Investment-oriented reinsurers the “future of the business”: Arch CEO

by Artemis on June 15, 2015

Dinos Iordanou, Chairman and CEO of insurance and reinsurance specialist Arch Capital, said that the investment-oriented reinsurer, or hedge fund-backed strategy, could be the “future of the business” as companies look to marry underwriting with investment expertise.

Dinos Iordanou, CEO of Arch Capital GroupSpeaking at the Marsh & McLennan Young Professionals’ Global Forum 2015 yesterday, Iordanou discussed the capital inflows that have occurred in reinsurance over the years. He mentioned the hedge fund backed reinsurer strategy as a fourth wave, and one which he expects to become increasingly prevalent.

Iordanou discussed the marriage of alternative investment expertise with an existing reinsurance underwriting franchise, concluding that such business models could present the “future of the business.”

This is a view held by a number of other senior players in the insurance and reinsurance market currently, who look to the ability to better balance and optimise income by taking a total return approach to re/insurance business, leveraging both investments and underwriting.

“The idea here is to see if we can create enterprises that will take both asset risk and liability risk on the same balance sheet at the same time, and do we have investors willing to take that risk? The answer is yes,” Iordanou explained.

Arch itself has its Watford Re joint-venture reinsurance firm, which focuses on longer-tailed casualty risks and works with asset manager Highbridge Principal Strategies, who invests the reinsurers assets in hedge fund style strategies.

Watford Re is an attempt to leverage third-party capital from investors to create an efficient and lower-cost source of underwriting capacity, while also outperforming on the investment side to create an attractive total return.

It helps Arch to become a larger partner for cedents, as Arch and Watford sometimes underwrite alongside each other. But it also provides a way for Arch to pass on risks that are less suitable for its own capital, to the more efficient capital within Watford Re.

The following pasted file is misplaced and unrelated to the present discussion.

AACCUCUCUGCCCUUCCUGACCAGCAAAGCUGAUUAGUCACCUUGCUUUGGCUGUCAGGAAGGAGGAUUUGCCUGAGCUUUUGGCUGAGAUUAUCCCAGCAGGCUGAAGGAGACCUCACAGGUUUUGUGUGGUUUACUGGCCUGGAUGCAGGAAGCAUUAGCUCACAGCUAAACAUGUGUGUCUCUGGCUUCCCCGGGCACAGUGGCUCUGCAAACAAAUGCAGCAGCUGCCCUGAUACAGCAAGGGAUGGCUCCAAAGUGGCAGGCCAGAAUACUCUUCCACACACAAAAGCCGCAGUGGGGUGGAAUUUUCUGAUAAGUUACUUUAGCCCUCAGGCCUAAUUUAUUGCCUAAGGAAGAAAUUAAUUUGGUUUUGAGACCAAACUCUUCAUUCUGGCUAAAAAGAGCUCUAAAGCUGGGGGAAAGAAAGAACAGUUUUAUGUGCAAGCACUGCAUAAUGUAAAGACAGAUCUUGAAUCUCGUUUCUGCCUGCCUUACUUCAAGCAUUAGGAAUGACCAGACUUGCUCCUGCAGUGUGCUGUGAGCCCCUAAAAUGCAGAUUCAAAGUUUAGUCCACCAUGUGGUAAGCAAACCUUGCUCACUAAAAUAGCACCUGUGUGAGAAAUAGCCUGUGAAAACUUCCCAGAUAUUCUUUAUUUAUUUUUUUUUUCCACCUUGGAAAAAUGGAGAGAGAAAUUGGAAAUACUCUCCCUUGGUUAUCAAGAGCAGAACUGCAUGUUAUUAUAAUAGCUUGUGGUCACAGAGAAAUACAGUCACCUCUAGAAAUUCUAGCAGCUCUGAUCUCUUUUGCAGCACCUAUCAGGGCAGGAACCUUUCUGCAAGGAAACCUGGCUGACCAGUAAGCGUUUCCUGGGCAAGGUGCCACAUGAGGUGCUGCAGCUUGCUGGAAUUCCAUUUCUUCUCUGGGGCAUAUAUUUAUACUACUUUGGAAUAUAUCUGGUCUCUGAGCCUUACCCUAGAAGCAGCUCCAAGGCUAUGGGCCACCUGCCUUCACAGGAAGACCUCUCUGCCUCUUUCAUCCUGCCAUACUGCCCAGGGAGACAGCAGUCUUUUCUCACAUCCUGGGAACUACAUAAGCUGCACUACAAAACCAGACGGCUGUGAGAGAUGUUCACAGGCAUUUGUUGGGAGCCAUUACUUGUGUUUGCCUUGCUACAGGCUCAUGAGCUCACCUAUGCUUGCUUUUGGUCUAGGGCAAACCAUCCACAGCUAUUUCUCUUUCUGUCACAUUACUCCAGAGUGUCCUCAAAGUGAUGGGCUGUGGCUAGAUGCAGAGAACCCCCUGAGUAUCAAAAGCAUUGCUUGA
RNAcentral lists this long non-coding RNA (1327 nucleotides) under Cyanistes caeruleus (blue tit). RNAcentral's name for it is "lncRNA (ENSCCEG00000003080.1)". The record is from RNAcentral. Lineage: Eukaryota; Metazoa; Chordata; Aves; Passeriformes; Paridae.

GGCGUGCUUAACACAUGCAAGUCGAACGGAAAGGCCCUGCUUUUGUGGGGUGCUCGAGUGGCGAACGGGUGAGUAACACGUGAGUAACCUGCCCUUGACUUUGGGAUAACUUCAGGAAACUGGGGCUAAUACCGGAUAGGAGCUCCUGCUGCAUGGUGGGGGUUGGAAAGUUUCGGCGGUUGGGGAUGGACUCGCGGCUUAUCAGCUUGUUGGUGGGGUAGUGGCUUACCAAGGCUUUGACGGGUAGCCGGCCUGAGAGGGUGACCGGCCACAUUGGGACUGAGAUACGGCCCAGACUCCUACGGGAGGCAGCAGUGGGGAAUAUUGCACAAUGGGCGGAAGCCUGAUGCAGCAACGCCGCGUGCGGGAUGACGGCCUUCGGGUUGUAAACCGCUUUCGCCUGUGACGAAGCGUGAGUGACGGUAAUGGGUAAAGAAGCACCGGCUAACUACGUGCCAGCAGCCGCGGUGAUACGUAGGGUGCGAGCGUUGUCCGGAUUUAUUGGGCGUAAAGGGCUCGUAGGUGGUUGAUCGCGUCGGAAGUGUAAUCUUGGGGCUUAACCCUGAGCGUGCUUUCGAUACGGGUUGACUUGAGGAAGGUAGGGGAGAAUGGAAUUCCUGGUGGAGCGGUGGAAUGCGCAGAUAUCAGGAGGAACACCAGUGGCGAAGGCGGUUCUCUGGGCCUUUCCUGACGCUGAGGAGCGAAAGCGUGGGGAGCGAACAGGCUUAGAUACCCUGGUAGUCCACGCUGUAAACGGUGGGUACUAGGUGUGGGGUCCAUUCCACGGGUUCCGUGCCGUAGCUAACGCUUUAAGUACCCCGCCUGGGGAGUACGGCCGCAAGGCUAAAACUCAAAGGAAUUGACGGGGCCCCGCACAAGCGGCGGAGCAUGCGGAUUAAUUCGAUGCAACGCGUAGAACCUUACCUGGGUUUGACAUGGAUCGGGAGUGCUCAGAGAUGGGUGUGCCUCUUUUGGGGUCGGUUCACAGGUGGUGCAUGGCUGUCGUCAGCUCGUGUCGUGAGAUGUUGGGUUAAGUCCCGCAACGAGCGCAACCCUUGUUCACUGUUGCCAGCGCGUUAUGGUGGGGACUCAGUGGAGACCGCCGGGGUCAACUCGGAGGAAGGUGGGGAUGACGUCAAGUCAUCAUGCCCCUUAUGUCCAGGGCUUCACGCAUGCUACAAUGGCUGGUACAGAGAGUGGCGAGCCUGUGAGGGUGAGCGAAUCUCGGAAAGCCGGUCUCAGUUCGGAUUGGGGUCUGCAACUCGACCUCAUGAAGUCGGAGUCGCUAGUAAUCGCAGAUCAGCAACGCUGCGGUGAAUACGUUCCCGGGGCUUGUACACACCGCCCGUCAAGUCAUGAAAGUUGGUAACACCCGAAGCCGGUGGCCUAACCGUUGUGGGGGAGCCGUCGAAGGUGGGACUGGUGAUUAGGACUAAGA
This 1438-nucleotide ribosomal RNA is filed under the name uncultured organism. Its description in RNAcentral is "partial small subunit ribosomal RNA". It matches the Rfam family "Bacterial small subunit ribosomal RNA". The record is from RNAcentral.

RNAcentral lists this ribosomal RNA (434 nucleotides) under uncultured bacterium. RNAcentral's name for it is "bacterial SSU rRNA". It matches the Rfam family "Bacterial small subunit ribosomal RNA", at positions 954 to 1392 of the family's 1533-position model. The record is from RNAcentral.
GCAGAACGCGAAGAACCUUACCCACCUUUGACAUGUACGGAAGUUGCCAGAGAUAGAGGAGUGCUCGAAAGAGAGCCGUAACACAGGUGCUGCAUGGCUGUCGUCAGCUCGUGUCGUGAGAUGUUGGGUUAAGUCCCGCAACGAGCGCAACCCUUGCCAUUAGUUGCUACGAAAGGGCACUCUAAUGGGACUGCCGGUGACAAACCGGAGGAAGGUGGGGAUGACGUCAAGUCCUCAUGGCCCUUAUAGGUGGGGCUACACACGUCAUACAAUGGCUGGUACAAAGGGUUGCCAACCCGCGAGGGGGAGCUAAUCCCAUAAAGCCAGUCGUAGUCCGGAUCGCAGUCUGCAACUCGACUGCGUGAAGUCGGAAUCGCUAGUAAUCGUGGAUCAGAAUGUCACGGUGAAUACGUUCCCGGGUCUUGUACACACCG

So Iordanou is well positioned to speak on the future of the hybrid, investment-oriented reinsurance model, and how it may become a more dominant strategy within the industry.

“You need three ingredients to create a successful company: capital, underwriting expertise and investment expertise,” he explained on the set up of Watford Re.

The idea behind the launch of Watford Re was to find an answer to the question; “Could you create [an entity] where in a fashion you only pay for services when you use them?,” he continued.

“For the first time we are seeing capital willing to enter the business without owning all the personnel necessary to operate the company. I believe this model has tremendous advantages.

“Knowledge is king. This is a knowledge-based business and the capital, independent of what form it takes, is going to look for that expertise. Those who can provide that expertise will be the winners in the future – whatever the structure,” Iordanou concluded.

The future of the business is unlikely to be the pure hedge fund-backed reinsurance model we see a number of today, but a total return approach across investment and underwriting, leveraging services when required, is a model that could dominate.

A perfect example of this hybrid approach launched last week, with Richard Brindle’s Fidelis Insurance Holdings promising to flex the business strategy depending on opportunities in underwriting and asset management.

Arch has taken a leap in that direction with Watford Re and it’s expected that other companies will increasingly follow suit, as reinsurers pursue a goal of efficiency and extracting as much premium out of the risk they underwrite as they can.

Also read:

ILS investors should beware the ‘benign cat environment’: Arch CEO.

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